One of the most striking features of the building is the abundance of natural lighting throughout because of the numerous windows. The art room is strategically located and surrounded by glass walls to allow visitors dropping off students to see an impressive student art display from their car windows.
Planners also considered longevity when choosing features of the new school such as terrazzo flooring, advanced technology, state-of-the-art science labs and sound systems, and even ergonomically correct seating for students.
The old school had two floors. The new school features three levels and 132,000 square feet, an increase of 54,000 square feet. The old school could accommodate about 675 students. The new building with its expanded capacity can accommodate a student body of 900 students. The new cafeteria can seat 300.
Each floor houses a separate grade level, allowing students their own space for classrooms, labs, and specialty areas. Seventh grade is located on level one, sixth grade on level two, and eighth grade on the top floor. All three grades use the same gymnasium and auditorium space, located on the middle floor, somewhat in isolation in the center of the building. The refurbished auditorium is back to back with the chorus room, which connects to the band room, both with sound-dampening flooring.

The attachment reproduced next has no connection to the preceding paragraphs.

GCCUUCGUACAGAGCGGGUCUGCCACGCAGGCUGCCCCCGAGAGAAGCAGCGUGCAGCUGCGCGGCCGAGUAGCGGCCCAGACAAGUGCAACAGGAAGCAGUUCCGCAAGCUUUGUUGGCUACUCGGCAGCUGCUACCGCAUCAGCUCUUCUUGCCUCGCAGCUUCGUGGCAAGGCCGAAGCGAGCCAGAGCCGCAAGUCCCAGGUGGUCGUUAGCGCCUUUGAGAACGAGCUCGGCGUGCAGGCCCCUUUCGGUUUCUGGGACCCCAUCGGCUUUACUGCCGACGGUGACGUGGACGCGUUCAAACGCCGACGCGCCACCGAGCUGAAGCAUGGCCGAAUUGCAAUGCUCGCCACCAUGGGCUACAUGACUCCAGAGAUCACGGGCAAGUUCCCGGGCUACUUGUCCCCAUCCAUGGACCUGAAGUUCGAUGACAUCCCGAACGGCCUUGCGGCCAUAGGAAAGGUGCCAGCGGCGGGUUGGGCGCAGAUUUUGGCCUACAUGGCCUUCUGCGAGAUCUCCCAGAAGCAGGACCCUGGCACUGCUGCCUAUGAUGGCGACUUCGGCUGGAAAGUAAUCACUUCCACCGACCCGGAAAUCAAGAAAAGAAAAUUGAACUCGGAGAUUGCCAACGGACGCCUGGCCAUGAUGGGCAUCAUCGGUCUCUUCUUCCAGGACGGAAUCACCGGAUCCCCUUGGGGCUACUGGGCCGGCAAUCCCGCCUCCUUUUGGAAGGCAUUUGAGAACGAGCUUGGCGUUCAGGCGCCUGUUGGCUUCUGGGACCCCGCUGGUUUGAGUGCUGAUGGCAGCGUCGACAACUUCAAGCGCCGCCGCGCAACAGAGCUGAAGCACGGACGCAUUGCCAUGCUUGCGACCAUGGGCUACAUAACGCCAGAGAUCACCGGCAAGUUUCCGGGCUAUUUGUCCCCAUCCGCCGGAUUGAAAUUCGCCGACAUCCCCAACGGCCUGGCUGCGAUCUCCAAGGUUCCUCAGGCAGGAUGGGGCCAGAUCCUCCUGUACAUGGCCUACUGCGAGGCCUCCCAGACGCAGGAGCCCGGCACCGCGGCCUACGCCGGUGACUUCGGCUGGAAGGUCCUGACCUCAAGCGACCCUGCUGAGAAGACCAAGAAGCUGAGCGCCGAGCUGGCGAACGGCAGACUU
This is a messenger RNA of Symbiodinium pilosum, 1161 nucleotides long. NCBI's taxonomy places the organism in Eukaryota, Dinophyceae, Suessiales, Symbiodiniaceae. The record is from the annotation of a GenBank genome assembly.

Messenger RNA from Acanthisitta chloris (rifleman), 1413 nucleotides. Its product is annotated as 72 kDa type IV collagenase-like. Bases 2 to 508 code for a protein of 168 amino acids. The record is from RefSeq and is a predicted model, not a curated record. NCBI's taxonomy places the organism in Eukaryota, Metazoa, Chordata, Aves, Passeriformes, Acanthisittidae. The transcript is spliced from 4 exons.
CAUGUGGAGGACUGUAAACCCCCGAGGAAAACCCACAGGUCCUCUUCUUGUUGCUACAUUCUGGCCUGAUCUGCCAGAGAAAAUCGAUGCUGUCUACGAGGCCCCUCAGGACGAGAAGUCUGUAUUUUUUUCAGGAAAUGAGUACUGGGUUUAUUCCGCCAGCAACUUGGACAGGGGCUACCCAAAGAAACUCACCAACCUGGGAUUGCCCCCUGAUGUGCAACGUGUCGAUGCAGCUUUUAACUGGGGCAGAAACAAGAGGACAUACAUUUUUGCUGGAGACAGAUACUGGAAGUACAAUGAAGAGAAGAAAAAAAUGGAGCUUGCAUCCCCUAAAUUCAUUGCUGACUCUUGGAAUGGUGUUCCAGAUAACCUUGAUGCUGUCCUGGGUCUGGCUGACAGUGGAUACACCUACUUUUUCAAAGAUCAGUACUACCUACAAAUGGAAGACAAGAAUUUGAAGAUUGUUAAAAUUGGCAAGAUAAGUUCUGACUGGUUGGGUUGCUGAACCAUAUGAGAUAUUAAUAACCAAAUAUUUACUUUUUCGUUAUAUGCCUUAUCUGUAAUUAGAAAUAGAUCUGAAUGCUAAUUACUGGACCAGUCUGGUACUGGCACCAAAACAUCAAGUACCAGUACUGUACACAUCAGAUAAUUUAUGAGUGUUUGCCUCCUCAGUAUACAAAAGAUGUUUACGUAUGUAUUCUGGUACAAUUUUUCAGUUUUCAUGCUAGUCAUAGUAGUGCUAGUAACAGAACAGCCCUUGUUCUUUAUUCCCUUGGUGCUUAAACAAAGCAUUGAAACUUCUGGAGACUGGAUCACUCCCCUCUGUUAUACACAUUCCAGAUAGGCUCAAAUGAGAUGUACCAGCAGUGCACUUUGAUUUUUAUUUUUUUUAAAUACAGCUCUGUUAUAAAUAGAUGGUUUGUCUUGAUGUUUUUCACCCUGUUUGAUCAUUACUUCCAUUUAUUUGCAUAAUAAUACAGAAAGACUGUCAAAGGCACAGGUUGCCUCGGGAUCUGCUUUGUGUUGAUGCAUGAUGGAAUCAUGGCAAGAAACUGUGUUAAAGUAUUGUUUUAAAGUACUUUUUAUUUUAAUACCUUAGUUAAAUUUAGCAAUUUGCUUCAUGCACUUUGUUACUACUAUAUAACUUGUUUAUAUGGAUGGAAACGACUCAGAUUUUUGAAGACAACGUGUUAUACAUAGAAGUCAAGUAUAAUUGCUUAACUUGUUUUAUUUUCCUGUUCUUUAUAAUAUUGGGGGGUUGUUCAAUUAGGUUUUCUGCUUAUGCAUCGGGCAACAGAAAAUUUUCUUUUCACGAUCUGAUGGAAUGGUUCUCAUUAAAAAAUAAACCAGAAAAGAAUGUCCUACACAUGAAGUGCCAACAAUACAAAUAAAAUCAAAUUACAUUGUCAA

The old main entrance was retained and serves as the after-hours entrance to the gym and auditorium area for the general public. (The former administrative offices nearby have been turned into a restroom.)
Two separate entrances to the building also demonstrate planning for student and community needs and safety. The bus entrance remains on Brambleton Avenue, while the main entrance which is used by visitors, parents, and drop-off students was moved to Ranchcrest Drive. This plan reduces congestion during morning arrivals and afternoon departures, and improves safety and traffic flow on Brambleton Avenue during the morning rush hour.